Dutch researchers have released thousands of leaf fleas in the desperate hope of getting Japanese knotweed - a harmful and invasive plant species that is causing millions of euros in damage - under control.
The knotweed was first introduced to the Netherlands in the 19th century as an ornamental plant, but its roots can damage concrete pavements and foundations and can choke out flora.
The species has become so invasive there that unprecedented measures are being taken. For the first time, the Dutch government issued an exemption on a nationwide ban on introducing an alien insect species to the Netherlands in order to help bring the spread under control.
It has released an initial 5,000 Japanese knotweed psyllids, or Aphalara itadori, to determine if they will survive the winter and establish themselves through the new year.
The psyllids, a natural predator to the knotweed, can slow down or even stop its growth by sucking on the nutritious sap of the plant.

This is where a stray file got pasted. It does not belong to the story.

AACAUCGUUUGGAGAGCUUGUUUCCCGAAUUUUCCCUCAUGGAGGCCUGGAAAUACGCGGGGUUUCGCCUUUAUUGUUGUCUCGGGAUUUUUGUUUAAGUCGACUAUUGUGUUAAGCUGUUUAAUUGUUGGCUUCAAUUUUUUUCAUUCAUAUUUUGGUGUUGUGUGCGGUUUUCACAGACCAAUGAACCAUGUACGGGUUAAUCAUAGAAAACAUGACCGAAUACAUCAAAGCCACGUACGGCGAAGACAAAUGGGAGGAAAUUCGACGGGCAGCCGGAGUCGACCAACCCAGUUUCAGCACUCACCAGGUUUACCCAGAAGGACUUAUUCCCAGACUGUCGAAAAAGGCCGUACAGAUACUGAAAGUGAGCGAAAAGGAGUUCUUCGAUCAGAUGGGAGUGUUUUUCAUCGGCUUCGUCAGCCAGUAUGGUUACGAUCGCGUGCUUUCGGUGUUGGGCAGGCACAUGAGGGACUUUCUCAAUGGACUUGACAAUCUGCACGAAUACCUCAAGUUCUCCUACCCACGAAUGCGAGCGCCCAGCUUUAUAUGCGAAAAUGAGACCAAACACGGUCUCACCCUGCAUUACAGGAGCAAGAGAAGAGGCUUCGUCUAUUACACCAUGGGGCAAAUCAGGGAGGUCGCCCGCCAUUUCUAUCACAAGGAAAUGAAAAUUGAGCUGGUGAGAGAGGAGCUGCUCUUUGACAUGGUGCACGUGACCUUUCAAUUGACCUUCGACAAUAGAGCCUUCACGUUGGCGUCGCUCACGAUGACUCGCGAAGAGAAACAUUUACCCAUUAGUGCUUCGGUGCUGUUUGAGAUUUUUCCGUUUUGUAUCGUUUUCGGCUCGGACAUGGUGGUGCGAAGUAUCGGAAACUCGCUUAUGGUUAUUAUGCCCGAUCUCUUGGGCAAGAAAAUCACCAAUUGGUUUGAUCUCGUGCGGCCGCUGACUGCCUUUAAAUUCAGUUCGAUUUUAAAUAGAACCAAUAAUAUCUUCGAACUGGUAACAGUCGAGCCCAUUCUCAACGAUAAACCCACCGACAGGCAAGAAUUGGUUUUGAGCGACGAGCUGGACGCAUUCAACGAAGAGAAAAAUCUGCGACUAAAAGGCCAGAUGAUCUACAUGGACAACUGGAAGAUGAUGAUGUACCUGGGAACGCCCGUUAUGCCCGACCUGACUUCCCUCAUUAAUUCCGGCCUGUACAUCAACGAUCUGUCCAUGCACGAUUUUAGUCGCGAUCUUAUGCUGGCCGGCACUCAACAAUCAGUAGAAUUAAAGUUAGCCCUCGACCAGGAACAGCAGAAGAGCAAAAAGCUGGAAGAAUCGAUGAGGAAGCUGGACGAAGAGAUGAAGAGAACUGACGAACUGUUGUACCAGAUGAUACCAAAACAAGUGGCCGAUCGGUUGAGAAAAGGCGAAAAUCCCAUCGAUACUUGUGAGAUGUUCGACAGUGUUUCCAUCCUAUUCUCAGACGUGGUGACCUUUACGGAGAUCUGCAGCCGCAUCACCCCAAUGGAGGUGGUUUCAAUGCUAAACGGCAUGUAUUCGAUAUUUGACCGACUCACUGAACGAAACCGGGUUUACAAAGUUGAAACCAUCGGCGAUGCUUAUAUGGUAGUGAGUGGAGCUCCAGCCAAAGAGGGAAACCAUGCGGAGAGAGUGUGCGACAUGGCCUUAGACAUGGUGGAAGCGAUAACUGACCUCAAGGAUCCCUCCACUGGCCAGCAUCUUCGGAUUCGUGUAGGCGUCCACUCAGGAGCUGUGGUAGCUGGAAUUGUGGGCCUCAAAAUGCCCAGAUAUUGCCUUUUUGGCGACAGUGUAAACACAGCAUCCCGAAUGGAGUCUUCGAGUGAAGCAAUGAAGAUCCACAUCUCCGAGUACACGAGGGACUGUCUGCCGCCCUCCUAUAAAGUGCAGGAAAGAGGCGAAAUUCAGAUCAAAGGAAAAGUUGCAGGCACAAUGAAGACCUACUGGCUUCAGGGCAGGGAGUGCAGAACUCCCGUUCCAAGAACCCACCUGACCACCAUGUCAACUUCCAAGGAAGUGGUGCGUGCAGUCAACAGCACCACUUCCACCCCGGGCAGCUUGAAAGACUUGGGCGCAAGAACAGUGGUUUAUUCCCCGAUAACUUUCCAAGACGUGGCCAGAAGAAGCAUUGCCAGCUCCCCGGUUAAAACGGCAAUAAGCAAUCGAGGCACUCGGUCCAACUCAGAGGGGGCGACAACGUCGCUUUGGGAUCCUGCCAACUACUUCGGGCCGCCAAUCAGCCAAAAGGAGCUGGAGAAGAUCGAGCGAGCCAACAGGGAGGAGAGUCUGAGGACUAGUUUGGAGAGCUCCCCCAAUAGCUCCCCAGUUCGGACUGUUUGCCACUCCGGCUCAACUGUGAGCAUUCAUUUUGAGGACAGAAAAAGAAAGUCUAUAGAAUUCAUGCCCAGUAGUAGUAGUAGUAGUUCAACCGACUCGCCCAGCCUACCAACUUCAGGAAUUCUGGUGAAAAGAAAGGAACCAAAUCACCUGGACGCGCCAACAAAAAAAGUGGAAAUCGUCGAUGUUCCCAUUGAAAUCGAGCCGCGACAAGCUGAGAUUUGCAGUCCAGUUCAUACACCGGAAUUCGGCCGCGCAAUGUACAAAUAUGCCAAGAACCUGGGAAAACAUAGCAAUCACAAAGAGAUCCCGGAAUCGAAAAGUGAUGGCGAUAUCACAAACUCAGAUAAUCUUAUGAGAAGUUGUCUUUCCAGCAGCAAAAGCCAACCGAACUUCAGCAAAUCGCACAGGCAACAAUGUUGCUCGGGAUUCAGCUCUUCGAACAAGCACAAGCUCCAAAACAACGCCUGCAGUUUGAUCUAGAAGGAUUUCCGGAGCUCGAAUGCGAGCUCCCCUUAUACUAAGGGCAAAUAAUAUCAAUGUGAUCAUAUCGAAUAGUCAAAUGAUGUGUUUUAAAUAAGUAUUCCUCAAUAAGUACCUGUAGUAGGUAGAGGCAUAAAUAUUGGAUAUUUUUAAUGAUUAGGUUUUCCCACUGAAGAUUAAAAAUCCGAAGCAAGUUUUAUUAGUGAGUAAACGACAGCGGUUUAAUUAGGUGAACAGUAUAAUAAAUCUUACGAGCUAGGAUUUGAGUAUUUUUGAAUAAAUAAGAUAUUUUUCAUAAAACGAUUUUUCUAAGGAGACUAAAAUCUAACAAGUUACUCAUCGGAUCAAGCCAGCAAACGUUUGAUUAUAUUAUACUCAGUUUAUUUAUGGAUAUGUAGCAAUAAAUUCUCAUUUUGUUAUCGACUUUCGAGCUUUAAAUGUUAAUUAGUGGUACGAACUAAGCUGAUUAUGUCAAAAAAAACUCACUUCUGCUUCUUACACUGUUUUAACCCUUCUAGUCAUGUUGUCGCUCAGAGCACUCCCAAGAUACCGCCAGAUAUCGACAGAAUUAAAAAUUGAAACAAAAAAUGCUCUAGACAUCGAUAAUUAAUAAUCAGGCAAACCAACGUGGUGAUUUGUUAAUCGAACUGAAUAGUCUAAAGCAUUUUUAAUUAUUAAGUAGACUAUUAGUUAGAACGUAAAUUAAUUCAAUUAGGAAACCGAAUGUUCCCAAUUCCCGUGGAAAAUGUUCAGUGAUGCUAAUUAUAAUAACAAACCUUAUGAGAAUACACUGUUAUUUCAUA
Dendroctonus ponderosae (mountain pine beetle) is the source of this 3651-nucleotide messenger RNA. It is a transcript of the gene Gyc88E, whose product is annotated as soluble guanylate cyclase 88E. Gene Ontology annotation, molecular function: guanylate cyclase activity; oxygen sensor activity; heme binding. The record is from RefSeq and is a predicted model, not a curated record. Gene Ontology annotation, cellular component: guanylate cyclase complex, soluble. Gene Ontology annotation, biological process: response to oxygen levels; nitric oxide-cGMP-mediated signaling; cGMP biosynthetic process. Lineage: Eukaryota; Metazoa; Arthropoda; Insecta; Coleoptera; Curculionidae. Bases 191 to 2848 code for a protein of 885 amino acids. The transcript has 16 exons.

The knotweed’s aggressive roots, which can grow up to 20cm a day and break through concrete or tarmac, are a major issue across the UK and Europe.
Amsterdam has previously looked at using fire, hot water and even lasers in controlling the plant’s growth without success.
Suzanne Lommen, an entomologist who is coordinating research on the Japanese knotweed psyllid, said the plant costs millions of euros per year to control, but hopes the tiny fleas can provide a “very cheap and environmentally-friendly solution”.
“If the psyllid can establish, reproduce and spread, and to the damage we see in the breeding trials, it can hopefully inhibit the growth and spread of Asian knotweed,” she said.
In 2010, the insects were licensed as a means of biological control of Japanese knotweed in the UK. Before the insects were introduced, it cost the Government over £150m a year to control and clear.